Tuesday, January 21, 2014

Boneless Whole Chicken Ballotine with Pork, Spinach, and Mushroom Stuffing

I first saw Jacques Pepin debone a whole chicken years ago and was absolutely fascinated by it, he made it look easy enough that anyone could do it. Truth is, it really isn't difficult, but I can't do it in 45 seconds like Pepin (took me close to 20 minutes, including the stuffing and trussing.) If however you have any kind of phobia about chicken skin, blood, sinew, cartilage, or any kind of raw meat aversion in general, this recipe is probably not for you, this one takes a bit of grit, but it is so worth it!

Stuffing a boneless chicken in this manner is actually the culinary art of charcuterie, a branch of cooking that focuses on sausages and other related prepared meats. Years ago I made a ballotine following Jacque's original recipe (linked in the video below) and it was good, but this time I had a distinct flavor profile in mind to serve a large group for a special event. Thinking of it more along the lines of fancy sausage,  it made sense to create a more hearty meat version that used the chicken flesh as casing.

I rank this right up there with one of the best things I have ever eaten, but if you are still not convinced it is worth the effort, here is the top 10 reasons why you should ballotine a chicken:
10. You have never done it before. Learning new things is good for you and you aren't a pansy about a little chicken guts.
9. One chicken ballotine serves up to 12 people as a main meal, 20 if the slices are cut in half and other meat is offered.
8. Serving a large crowd skinless chicken breasts is uninspired.
7. Serving a large crowd bone-in-chicken pieces is messy.
6. The stuffing keeps the entire bird moist as it cooks, even the heat sensitive breast meat.
5. The drippings make an incredible pan gravy that is absolutely perfect over mashed potatoes.
4. The bird can be dressed and stuffed the day ahead.
3. The skin takes on a gorgeous golden hue as it cooks to crisp perfection in the oven.
2. Using an entire bird is far more economical than parts and lends itself perfectly to the purchase of organic and/or all-natural chicken.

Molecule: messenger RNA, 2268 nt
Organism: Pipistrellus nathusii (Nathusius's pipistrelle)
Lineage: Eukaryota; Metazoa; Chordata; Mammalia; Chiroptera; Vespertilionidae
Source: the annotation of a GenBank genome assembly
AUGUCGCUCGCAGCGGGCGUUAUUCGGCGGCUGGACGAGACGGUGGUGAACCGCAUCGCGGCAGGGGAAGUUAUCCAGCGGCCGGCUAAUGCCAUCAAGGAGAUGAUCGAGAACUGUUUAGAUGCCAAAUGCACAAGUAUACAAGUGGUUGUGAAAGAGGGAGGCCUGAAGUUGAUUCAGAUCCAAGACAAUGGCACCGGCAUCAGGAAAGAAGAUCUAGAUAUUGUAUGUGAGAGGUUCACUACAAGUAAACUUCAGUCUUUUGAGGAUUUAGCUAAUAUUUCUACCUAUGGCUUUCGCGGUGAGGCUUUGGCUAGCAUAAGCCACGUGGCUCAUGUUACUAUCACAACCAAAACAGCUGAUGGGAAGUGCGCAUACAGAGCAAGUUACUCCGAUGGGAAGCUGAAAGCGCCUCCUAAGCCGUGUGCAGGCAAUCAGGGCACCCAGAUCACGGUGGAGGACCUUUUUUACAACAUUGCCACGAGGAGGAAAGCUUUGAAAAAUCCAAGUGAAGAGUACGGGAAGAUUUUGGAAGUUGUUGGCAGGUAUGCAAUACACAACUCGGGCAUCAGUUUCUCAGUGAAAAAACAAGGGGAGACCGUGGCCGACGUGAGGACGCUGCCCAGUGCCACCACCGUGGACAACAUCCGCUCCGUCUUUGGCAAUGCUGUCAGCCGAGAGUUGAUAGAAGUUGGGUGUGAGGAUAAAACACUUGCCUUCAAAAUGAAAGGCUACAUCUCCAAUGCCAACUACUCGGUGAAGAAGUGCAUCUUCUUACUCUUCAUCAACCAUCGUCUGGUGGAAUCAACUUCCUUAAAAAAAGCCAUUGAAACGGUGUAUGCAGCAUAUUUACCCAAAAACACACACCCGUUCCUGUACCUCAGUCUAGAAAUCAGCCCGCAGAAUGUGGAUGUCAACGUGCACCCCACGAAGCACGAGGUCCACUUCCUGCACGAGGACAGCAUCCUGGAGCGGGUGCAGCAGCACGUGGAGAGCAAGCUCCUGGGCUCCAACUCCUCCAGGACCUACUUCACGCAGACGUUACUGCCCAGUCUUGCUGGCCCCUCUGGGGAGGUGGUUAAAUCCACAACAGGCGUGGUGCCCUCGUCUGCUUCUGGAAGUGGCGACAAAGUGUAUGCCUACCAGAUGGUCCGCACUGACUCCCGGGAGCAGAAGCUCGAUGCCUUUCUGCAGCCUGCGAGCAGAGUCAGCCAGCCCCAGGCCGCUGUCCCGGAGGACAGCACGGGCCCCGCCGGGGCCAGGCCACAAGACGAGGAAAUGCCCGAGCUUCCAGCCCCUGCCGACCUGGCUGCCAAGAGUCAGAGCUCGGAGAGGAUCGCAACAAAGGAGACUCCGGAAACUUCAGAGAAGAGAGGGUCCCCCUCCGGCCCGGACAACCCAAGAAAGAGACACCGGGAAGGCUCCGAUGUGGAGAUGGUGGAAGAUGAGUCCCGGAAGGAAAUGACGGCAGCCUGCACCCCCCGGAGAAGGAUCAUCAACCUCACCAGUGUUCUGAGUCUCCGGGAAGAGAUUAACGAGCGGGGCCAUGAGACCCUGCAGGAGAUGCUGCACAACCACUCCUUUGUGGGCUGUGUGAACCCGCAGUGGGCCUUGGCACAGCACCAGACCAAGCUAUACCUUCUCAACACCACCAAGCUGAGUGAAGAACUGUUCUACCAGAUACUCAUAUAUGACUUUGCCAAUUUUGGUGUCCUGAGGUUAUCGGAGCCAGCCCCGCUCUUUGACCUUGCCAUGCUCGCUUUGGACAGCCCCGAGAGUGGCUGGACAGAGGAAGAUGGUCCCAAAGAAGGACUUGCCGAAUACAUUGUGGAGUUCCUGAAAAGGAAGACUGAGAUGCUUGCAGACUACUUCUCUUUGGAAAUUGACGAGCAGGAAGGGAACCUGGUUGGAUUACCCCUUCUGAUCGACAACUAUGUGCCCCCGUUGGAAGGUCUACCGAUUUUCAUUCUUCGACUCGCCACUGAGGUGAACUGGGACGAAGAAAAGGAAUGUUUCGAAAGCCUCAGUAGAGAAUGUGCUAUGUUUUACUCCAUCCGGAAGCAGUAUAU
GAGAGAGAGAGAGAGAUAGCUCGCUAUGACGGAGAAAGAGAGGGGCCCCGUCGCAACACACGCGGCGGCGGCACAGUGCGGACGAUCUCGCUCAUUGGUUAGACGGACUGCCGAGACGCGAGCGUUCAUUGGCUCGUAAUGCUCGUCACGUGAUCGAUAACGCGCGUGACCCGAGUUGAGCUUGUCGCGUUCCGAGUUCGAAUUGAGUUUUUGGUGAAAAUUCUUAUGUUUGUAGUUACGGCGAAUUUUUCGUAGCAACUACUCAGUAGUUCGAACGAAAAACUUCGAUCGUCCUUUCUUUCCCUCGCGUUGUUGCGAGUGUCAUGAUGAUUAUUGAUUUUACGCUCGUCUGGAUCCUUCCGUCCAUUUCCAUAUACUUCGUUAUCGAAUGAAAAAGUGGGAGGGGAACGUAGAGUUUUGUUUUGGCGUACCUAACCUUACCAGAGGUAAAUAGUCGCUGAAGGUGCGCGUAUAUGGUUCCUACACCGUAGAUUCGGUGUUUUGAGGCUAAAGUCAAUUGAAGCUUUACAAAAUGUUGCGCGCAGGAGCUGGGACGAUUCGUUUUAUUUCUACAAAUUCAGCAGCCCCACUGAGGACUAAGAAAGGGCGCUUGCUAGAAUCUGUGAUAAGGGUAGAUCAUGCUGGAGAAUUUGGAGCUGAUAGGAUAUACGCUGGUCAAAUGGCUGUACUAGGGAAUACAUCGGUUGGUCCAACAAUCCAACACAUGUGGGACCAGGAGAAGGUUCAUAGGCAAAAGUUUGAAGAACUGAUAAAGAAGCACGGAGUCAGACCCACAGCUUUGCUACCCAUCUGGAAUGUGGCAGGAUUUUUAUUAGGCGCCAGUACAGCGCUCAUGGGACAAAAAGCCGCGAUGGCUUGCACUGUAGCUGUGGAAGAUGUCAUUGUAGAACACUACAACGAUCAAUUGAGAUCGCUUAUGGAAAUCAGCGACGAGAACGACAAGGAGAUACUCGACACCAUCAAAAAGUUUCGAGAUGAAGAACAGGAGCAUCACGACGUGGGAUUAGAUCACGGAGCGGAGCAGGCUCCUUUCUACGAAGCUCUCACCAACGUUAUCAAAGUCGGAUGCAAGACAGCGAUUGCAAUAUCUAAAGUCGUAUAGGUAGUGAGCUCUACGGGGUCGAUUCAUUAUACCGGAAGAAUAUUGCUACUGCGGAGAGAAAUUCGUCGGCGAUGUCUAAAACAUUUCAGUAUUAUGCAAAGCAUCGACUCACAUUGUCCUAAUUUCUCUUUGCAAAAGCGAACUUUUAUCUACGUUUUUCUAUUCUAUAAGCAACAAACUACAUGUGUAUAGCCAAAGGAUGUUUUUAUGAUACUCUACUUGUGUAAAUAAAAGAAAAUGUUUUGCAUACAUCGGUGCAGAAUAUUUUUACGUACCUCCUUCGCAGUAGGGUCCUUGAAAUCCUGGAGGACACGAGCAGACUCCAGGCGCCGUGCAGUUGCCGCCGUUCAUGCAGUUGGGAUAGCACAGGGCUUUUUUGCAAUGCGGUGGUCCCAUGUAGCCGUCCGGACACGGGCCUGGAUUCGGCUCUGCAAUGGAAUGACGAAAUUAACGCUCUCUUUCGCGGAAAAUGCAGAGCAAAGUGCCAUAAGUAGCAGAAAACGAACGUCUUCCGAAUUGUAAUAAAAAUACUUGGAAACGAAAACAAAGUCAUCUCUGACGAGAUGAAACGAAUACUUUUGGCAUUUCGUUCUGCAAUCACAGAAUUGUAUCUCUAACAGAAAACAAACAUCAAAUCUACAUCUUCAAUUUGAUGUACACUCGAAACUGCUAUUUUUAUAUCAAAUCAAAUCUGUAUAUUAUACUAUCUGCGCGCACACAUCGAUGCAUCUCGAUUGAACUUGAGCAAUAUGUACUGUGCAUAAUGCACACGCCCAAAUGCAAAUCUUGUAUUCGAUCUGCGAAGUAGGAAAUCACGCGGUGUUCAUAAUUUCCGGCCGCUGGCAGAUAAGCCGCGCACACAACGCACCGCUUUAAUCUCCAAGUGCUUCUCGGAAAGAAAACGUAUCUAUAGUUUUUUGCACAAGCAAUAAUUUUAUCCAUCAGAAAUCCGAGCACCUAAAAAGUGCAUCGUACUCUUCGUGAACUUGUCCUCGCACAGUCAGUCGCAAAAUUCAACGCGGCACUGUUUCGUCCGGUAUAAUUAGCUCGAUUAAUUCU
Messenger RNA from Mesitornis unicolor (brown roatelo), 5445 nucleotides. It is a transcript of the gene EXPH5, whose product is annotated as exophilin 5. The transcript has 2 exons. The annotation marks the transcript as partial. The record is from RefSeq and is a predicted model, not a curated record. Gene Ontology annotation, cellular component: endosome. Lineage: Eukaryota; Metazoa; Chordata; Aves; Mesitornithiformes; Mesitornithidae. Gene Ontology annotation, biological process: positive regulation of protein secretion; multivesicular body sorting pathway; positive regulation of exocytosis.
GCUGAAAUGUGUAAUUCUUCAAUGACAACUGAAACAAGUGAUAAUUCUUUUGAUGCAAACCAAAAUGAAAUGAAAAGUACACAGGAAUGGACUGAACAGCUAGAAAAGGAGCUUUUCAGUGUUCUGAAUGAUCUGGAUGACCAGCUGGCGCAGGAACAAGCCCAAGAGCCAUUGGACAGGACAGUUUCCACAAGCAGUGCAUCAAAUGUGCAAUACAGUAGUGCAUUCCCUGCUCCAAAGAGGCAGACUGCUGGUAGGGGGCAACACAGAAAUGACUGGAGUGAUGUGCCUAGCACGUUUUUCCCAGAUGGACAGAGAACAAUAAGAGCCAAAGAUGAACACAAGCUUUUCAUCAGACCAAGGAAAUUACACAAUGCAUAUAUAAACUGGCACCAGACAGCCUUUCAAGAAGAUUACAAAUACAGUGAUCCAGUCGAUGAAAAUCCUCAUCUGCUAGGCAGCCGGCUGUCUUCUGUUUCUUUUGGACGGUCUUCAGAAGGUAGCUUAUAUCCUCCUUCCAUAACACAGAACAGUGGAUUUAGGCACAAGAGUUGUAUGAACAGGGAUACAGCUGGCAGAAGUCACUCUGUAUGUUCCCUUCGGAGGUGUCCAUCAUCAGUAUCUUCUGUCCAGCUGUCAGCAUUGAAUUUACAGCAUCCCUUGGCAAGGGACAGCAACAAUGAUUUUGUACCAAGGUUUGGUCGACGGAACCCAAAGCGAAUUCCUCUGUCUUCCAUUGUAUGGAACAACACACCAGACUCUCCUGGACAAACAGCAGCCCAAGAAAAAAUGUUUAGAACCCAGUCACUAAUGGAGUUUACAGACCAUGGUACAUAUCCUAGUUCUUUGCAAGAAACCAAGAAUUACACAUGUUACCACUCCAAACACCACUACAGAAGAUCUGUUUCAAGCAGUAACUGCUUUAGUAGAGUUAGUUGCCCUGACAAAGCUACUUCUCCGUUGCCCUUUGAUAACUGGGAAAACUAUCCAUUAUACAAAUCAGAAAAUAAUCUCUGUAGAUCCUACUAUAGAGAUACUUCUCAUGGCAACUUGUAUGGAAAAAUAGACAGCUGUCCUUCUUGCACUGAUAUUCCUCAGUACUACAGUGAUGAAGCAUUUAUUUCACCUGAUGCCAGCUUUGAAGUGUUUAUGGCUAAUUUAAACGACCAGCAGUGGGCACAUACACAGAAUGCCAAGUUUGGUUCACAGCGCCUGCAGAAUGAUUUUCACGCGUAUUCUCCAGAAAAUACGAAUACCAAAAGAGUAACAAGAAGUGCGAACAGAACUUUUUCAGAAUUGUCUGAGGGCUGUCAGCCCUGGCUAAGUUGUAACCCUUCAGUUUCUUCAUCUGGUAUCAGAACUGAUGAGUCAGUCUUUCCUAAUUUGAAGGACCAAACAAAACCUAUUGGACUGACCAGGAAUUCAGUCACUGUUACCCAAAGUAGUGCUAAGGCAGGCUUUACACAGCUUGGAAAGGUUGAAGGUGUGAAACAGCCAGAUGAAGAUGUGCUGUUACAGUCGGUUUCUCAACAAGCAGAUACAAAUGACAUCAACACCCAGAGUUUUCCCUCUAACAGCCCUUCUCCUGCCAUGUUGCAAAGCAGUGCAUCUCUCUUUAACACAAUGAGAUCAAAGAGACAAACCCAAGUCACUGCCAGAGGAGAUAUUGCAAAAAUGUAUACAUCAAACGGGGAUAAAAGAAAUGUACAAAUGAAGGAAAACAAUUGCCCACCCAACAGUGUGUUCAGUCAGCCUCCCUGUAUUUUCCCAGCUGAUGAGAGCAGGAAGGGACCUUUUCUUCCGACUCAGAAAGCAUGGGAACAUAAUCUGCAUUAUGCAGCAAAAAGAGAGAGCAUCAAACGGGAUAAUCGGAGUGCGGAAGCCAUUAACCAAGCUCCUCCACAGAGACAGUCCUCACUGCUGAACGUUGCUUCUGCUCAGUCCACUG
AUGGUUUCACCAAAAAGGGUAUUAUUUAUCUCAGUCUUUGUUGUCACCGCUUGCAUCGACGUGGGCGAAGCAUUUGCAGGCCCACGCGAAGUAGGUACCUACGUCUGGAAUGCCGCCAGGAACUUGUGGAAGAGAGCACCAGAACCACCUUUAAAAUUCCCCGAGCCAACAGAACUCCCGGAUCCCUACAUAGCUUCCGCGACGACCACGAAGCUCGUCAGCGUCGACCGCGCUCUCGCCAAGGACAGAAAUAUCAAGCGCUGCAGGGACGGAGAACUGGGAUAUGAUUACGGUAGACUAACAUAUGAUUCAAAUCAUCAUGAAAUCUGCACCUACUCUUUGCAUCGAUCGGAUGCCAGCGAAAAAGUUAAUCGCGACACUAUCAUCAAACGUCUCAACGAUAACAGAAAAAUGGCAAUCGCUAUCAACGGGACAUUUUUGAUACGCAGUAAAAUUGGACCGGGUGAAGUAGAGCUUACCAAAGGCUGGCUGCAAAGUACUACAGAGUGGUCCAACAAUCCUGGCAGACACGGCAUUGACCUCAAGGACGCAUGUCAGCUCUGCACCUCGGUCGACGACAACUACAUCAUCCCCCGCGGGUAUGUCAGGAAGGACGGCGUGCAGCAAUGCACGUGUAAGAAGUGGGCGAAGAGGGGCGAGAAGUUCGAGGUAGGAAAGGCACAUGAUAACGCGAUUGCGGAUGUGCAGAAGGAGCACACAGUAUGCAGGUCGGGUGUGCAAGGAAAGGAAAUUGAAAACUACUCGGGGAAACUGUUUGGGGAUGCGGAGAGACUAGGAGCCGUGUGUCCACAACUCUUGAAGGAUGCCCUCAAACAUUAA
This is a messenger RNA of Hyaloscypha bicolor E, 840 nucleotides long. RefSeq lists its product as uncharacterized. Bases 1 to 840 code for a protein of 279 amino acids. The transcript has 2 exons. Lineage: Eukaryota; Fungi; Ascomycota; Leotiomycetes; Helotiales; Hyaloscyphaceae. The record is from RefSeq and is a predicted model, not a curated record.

1. Your friends and family will think you are a culinary genius, and it is so good you might even believe it yourself.

To serve this bird on a buffet line, slice one and keep the other intact for a more impressive presentation. Pour half the pan gravy across the cut chicken to keep it moist while serving.

So how does this go together? First mix up a batch of the stuffing below. Note the recipe is written for a double batch, halve it for only one chicken. Let the dressing cool completely, even overnight if time allows, when dealing with raw chicken, everything should be as cold as possible until it goes into the oven. Follow Jacque's video to debone the chicken and truss it as he shows (there are plenty of other videos on trussing chicken available for more detailed instructions should you need them here.)

The trussing is not as complicated as it seems, but if it seems unmanageable, just tie and secure with knots evenly spaced up the chicken to help it keeps its shape.

I opted to braise the meat, but gave it 20 minutes dry heat (400-degrees F) to give the skin a jump start on a rich color. Adding the liquid and turning the tender white breast down into the liquid protects it from drying out as the middle comes up to heat. After 45 minutes of breast down, the chicken should be turned again, being careful to not burst the skin which holds in all those lovely juices. Bake until the internal temperature reads 155-degrees Fahrenheit, approximately two hours. Allow to rest 15-20 minutes before slicing. Prepare the gravy recipe below while the meat rests.